By Patrick Watson*
Here we are in 2019, our last chance to make the Twenty-Teens a decade that worked. Whether you think it worked depends partly on whether you worked… and how well you were paid for it.
This time last year in Wages Are The Key to 2018, I said one scenario was, “Stronger-than-expected wage growth will make the Fed see inflation, tighten policy more than presently expected, and probably send stock prices lower.”
Sure enough, the Fed tightened more than people thought it would, and by the fourth quarter stock prices were indeed dropping.
But I also said the best long-term outcome was for higher wages to help workers recover their purchasing power, even if it meant short-term stock declines.
The weird part is, we got the bad without the good. The Fed tightened and stocks fell, but the average worker saw little or no real wage growth.
It wasn’t supposed to work this way.
Photo: Wikimedia Commons
Big wage gains?
Bigger paychecks seem like a good thing, on balance. Better-paid workers save and spend more, stimulating the economy, and the government gets more tax revenue. Even employers like higher pay if it brings more productive workers.
However, the Federal Reserve doesn’t think that way. Its job is to promote
- Maximum employment
- Stable prices
- Moderate long-term interest rates
Higher wages aren’t always consistent with those goals. They actually conflict with the Fed’s mandate if businesses raise prices in response—i.e., inflation. So when the Fed sees pay rising, its reflex is to “tap the brakes” by raising interest rates.
That’s what happened in 2017 and again in 2018—not because pay was actually increasing much, but because the Fed observed low unemployment and figured higher wages would be right behind.
Others agreed—even the president.
2018 is being called “THE YEAR OF THE WORKER” by Steve Moore, co-author of “Trumponomics.” It was indeed a great year for the American Worker with the “best job market in 50 years, and the lowest unemployment rate ever for blacks and Hispanics and all workers. Big wage gains.”
Unfortunately, this isn’t quite right. The Labor Department says average hourly earnings rose 3.2% in 2018 while CPI-U inflation (through November) was up 2.2%. That means these “big wage gains” were, after inflation, only 1%. Yippee.
This wasn’t the case for everyone; it’s a national average. Some people did better than average, others worse… and it appears the latter group was bigger.
In a November Bankrate survey, 62% of employed Americans said they hadn’t received a pay raise or taken a better-paying job in the last year.
If this data is right, 2018 wage gains were both mild and concentrated in about one-third of the workforce. The rest still made the same as a year ago (or possibly less).
Lesser of two evils
Now, does this look like an overheated economy that needs cooling? I don’t think so. But the Fed is cooling it anyway.
Here’s what the Federal Open Market Committee (FOMC) said in the minutes from its November meeting:
Participants observed that, at the national level, measures of nominal wage growth appeared to be picking up. Many participants noted that the recent pace of aggregate wage gains was broadly consistent with trends in productivity growth and inflation.
Let me decode this for you.
“Nominal” wage growth means growth before inflation. Which is picking up, as I noted above.
“Broadly consistent with trends in productivity growth and inflation” is more nebulous. They seem to be saying wages aren’t really changing much, once you consider added productivity and inflation. Which is also true, but it isn’t an argument for rate hikes, so why say it?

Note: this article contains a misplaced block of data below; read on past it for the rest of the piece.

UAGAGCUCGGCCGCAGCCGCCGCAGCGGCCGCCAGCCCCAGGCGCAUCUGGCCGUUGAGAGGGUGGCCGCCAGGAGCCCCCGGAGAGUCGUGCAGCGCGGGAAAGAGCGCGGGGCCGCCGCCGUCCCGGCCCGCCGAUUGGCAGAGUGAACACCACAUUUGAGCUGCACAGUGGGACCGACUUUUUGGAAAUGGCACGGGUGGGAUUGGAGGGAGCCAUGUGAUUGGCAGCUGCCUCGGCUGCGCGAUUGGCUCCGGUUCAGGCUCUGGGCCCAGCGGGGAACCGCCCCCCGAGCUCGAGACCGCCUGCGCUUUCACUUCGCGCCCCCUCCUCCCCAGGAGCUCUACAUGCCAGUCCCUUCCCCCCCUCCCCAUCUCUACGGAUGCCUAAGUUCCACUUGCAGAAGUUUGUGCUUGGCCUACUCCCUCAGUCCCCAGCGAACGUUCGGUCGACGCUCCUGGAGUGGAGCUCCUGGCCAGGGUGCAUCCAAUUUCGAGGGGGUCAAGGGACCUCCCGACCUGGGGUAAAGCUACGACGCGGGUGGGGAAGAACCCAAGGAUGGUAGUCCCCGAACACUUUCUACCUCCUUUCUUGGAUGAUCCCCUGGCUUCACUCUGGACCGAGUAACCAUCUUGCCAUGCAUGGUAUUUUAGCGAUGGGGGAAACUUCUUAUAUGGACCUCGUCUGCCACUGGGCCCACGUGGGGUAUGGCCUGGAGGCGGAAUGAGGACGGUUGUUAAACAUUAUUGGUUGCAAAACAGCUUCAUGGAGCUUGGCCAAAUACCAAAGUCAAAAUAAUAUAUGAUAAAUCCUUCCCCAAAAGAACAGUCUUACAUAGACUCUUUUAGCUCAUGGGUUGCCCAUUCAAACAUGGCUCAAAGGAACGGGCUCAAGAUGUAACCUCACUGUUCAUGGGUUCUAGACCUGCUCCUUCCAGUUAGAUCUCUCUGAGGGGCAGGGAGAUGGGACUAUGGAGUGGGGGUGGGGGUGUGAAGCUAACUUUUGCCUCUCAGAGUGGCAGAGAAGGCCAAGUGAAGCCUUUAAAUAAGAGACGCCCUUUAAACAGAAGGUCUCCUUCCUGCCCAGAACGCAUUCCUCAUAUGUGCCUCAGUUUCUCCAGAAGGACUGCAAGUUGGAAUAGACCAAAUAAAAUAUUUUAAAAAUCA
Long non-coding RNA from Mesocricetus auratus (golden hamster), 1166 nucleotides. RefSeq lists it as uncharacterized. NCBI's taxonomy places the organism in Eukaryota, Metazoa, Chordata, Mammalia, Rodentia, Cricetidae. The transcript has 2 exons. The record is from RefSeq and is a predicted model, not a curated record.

The answer, in my opinion, is that the Fed’s real goal in raising rates is to be able to cut again in the next recession, which may not be far away. If that suppresses wages in the meantime, the Fed figures it’s the lesser of two evils.
Photo: Wikimedia Commons
This isn’t a new or recent problem. Wages have lagged for most American workers for decades now.
The dollar amount shown in the blue line below is average hourly earnings, multiplied by average weekly hours, and then adjusted for inflation.
The underlying data is also for “production and nonsupervisory employees” only. It excludes managers, executives, and other high-paid employees. So this reflects the typical worker’s pay, considering both inflation and varying hours.
Chart: Advisor Perspectives
Crunching all that together, American worker pay peaked in the early 1970s, bottomed in the mid-1990s, and has been slowly climbing back ever since. It is still below where it was 50 years ago.
Hard to believe? You could argue with the inflation adjustment. Other things have changed as well. For instance, non-cash fringe benefits are a bigger part of compensation now.
But those are getting scarcer too, so I doubt they change the broader point: The US labor market is broken. Working hard and improving your skills doesn’t deliver the American Dream for most workers... and hasn’t for a long time.
Given that, it’s no surprise people are angry and demanding change. Thus far, it has not appeared. Monetary and fiscal policy are arguably making the average worker’s situation worse, not better.
What will 2019 bring? We’ll find out, but unless it includes widespread and significant wage gains, I don’t expect much big-picture improvement this year.
That is a problem, even if you are a wealthy investor. Stock prices are the present value of expected future earnings, which will materialize only if consumers can afford what your company sells.
Consider adjusting your expectations.
*Patrick Watson is senior economic analyst at Mauldin Economics. This article is from a regular Mauldin Economics series called Connecting the Dots. It first appeared here and is used by interest.co.nz with permission.